The man who could be Venezuela's next president -- if the Chavistas let him

Venezuela President Hugo Chavez's disclosure that his cancer has recurred raises hard questions about his ability to campaign for re-election in October. If he lacks the stamina or is incapacitated, what happens next -- will fair elections proceed, or will his ruling circle frustrate any potential transfer of power?

In short, if there is new leadership, can one imagine a shift in which Venezuela stops using its oil wealth to support a violent Colombian guerrilla movement? And will Venezuela lift constraints on oil production, and become a tipping point in the fast-changing geopolitics of oil?

The evidence to date is that Chavez, who has led Venezuela for 13 years, has prepared a tough strategy "to defend the revolution," says Stephen Johnson, director of the America's Program at the Center for Strategic and International Studies. The most recent datapoint came Monday, when a congressman's son was injured in a shooting by red-shirted Chavez supporters at a rally for opposition candidate Henrique Capriles Radonski.

The 39-year-old Radonski (pictured above), who is governor of Miranda state, appears to represent a serious popular threat to Chavez. He was elected as the united opposition candidate by a resounding majority last month. Among his platforms is a new day for the Venezuelan economy, fueled by a modern export oil industry pumping out far more crude.

Quite apart from the greater economic diversity that Radonski plans at home, the geopolitical impact could be considerable -- combined with petro-events already in motion in Canada, North Dakota and the Gulf of Mexico, a Venezuelan bonanza could tip the balance and make the region awash in oil.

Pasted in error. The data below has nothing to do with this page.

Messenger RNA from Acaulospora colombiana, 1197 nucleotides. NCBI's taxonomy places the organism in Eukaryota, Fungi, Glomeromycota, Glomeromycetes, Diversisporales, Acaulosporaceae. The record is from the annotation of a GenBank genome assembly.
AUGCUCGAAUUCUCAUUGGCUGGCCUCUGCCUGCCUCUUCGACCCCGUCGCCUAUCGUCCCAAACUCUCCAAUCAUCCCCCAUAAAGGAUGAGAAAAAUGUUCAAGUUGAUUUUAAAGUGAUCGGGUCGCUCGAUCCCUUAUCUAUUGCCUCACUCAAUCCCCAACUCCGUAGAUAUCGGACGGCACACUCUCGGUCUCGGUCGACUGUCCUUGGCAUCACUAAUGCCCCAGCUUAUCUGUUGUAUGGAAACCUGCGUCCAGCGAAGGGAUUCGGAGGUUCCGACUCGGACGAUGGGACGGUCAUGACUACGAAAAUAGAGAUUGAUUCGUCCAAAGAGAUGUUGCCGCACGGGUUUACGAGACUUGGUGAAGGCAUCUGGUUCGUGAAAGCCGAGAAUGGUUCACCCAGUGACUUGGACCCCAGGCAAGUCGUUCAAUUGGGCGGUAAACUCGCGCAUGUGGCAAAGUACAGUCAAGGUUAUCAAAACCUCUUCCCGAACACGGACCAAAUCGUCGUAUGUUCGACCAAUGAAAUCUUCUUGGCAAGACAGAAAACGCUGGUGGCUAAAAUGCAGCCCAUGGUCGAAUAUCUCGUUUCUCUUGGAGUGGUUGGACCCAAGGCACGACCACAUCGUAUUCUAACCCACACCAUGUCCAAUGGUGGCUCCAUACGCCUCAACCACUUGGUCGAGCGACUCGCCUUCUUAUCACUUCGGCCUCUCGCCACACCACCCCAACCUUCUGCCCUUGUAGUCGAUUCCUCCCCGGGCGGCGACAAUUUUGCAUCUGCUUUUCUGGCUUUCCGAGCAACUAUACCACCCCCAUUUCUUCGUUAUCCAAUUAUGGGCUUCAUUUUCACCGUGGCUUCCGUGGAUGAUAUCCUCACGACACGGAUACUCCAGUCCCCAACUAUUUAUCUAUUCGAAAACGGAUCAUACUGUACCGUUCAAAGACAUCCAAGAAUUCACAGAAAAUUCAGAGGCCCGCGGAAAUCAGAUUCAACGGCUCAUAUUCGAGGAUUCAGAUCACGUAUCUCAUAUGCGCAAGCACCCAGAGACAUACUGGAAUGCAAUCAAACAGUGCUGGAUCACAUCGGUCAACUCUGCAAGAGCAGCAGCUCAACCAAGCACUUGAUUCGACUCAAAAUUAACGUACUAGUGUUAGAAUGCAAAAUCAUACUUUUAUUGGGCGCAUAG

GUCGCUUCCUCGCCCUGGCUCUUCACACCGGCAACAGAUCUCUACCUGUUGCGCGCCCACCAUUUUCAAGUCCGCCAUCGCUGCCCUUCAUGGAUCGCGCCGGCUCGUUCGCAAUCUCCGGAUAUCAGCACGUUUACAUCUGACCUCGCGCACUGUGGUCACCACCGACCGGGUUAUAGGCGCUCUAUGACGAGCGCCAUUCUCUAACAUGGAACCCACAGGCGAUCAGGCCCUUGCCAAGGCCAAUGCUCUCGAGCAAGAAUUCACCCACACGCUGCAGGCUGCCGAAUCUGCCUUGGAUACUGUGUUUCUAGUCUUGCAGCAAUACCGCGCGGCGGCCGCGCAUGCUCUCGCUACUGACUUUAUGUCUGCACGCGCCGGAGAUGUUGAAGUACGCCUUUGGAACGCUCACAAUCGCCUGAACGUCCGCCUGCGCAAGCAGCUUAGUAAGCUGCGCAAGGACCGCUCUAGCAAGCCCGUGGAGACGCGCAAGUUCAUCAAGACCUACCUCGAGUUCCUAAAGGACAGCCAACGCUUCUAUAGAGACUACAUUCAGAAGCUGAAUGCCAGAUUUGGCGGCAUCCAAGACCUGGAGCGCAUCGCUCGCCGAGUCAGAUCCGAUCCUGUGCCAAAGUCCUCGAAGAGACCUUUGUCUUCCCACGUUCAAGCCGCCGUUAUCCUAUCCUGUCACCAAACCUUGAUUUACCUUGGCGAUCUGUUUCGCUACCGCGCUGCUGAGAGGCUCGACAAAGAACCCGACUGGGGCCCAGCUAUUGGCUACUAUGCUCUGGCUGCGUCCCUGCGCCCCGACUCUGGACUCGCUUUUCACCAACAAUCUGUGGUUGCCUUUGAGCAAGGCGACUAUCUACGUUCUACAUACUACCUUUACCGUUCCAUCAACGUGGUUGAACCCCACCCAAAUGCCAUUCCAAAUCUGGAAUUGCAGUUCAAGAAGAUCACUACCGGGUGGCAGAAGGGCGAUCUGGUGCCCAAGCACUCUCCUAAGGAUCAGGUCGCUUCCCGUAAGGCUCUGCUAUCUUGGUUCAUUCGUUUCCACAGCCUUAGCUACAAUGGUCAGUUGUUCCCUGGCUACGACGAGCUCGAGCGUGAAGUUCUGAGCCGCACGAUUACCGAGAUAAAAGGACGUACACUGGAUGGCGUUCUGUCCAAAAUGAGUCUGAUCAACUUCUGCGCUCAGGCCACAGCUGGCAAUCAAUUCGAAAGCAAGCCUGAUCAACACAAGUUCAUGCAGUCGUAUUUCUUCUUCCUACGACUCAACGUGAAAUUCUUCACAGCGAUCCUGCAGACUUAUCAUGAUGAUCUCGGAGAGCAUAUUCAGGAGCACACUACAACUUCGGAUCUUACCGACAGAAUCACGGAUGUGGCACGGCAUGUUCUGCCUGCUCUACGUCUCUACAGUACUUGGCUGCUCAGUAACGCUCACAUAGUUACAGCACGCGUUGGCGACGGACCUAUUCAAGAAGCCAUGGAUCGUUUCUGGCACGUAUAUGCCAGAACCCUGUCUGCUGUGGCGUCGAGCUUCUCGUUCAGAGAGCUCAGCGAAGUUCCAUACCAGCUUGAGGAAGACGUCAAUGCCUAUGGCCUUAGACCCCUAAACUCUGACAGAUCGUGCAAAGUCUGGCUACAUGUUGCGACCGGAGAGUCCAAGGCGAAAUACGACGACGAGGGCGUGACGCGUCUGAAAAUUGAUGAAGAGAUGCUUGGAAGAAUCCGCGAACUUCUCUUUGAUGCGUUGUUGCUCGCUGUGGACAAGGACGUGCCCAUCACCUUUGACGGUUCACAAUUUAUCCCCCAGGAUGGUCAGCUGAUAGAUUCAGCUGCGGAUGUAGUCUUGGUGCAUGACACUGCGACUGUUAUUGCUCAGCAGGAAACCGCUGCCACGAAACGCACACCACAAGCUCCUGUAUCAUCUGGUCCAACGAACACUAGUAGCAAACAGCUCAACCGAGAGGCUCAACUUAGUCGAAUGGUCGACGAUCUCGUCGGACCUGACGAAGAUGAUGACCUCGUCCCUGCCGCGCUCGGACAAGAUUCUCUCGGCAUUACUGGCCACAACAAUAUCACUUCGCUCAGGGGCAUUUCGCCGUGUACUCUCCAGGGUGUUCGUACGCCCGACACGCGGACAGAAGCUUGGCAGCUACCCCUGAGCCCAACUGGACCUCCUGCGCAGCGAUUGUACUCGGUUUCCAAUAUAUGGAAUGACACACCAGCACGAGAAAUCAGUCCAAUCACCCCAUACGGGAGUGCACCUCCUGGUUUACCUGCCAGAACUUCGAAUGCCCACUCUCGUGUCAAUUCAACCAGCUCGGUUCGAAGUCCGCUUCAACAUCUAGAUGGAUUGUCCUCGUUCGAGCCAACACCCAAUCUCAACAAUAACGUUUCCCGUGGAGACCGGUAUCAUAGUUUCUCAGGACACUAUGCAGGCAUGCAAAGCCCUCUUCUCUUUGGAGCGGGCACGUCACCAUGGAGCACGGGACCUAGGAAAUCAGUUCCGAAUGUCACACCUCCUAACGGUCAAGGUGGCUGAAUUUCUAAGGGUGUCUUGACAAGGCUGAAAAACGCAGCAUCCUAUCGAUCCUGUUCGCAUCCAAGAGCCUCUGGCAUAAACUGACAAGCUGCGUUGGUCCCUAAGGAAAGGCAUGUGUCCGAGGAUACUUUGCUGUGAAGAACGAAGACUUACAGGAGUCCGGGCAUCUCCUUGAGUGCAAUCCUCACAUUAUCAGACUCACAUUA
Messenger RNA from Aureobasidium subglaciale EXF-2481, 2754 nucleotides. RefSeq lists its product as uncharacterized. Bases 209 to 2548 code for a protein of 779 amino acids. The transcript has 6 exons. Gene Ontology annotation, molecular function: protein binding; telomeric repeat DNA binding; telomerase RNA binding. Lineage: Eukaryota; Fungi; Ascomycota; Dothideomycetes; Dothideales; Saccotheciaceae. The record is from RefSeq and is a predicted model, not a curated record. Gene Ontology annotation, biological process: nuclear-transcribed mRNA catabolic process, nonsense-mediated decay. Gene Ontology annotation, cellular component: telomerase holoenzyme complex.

The buildup of the North and South American oil supply is a new dimension in a changing energy picture in which the Middle East's global economic centrality is becoming less fixed. Instead, the Middle East is becoming one of a clutch of energy hubs that include Australia and Africa, in addition to the Western Hemisphere.

As discussed recently, Venezuela has the largest official reserves on the planet -- 296 billion barrels of oil. Much of this is locked up in goopy heavy oil in the Orinoco Basin that will cost a bundle to produce and transport to market. But like the region's other so-called "unconventional oil" reserves -- the Alberta sands, the Bakken shale oil and the deepwater Gulf -- these volumes are next door to the United States, by far the world's largest market for gasoline.

Venezuela currently produces a bit over 2 million barrels of oil a day. The question is whether oilmen can work more freely in the Orinoco, and add another million barrels a day or more of production, said David Pumphrey, deputy energy director at the Center for Strategic and International Studies.

Venezuela "could be another of the unconventionals that change the dynamics of global markets," Pumphrey told me.

Radonski has attempted to prepare for any official effort to undermine his campaign. He has worked to marginalize the more extremist members of Chavez's circle by suggesting that he will be "sensitive to the feelings and desires of the more mainstream Chavistas," Johnson told me.

Yet military appointments by Chavez suggest that he is prepared to pull around the wagons in order to keep power within his structure.

In January, Chavez elevated a highly controversial general -- Henry Rangel Silva -- as defense minister. In 2010, Silva said in an interview that he would not support any opposition figure who won the 2012 elections. In terms of biography, Silva is on a U.S. "Foreign Narcotics Kingpins" list for alleged involvement in cocaine trafficking, one of four members of Chavez's ruling circle listed. Says Johnson:

Guys like that have a reason to stay in power. He and others would be likely to defend the regime in order to save their own hides.

 

Juan Barreto AFP/Getty Images

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